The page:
(l-r) Glenn Rawls, Dewey Scott-Wiley, Vicky Saye Henderson, Jimmy Wall - PROMO PHOTOS BY Jonathan Sharpe
(l-r) Glenn Rawls, Dewey Scott-Wiley, Vicky Saye Henderson, Jimmy Wall – photo by Jonathan Sharpe

Their drab existence is in sharp contrast to that of their glamorous (though not as glamorous as she used to be) movie star sister, Masha (Vicky Saye Henderson.)  She’s been footing the bill for her siblings’ extended adolescence.  When Masha pays an unexpected visit to her family home to attend an influential neighbor’s costume party with her 20-something half-wit boy toy Spike (Jimmy Wall), tensions rise and long-stifled grievances are aired.  And when Spike starts flirting with a lovely young neighbor by the name of Nina (Stephanie Walden), you can probably guess there’s going to be trouble.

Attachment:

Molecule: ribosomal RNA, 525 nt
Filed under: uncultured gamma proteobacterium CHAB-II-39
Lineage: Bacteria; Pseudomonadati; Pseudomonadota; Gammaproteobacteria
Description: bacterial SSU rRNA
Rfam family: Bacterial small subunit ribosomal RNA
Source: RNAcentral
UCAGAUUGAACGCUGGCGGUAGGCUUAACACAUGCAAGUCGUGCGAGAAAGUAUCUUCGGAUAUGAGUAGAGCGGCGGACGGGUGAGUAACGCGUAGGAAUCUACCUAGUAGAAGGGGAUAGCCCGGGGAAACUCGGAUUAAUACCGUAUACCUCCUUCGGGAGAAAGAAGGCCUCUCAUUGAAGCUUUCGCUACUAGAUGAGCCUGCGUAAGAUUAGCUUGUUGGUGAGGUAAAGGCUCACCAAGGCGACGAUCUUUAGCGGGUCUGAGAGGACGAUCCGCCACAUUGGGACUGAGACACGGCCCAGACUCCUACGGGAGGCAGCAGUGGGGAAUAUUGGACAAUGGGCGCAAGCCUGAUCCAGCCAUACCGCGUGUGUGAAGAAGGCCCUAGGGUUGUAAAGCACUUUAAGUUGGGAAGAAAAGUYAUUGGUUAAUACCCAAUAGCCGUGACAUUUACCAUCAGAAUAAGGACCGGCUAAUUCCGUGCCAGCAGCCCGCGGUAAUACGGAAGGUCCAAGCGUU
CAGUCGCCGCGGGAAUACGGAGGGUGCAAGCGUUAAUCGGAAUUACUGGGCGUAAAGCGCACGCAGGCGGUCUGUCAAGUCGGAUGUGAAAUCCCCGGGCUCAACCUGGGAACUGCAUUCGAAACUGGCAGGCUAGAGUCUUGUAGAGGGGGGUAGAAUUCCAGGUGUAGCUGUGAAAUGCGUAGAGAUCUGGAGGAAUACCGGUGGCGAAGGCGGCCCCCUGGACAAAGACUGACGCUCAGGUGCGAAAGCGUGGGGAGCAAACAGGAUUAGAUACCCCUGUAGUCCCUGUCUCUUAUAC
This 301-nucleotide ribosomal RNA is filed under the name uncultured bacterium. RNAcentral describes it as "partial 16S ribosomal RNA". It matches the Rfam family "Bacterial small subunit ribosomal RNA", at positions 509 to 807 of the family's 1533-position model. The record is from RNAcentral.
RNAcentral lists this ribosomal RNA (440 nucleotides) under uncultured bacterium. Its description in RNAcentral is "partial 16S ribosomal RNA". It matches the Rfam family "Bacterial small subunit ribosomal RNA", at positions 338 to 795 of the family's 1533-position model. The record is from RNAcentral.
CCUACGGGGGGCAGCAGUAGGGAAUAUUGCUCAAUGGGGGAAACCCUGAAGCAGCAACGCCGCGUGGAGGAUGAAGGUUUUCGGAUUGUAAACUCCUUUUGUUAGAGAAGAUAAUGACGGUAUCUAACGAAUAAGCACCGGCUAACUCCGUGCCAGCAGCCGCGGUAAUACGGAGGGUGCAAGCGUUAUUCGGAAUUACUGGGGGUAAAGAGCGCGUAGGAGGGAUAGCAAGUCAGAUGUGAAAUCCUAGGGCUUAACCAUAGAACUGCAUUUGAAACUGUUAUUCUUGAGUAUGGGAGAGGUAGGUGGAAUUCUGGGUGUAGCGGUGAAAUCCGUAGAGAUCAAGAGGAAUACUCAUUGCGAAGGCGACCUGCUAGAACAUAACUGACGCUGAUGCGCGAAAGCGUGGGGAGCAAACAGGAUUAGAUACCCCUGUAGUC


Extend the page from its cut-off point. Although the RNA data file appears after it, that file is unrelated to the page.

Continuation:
Vanya and Sonia and Masha and Spike is funny and clever, but not great amounts of either.  Director Jim O’Connor brings out the farcical elements of this play with plenty of campy moments and over-the-top embodiment of the characters by the actors, but it starts to feel tiresome by the end of the first act.  The pacing feels slow.  Durang’s script is rich with Chekhov (among other) references that are at first amusing, but once again, start to get old.  Durang has been funnier than this, and he’s been more touching than this.  The script just isn’t what it could be.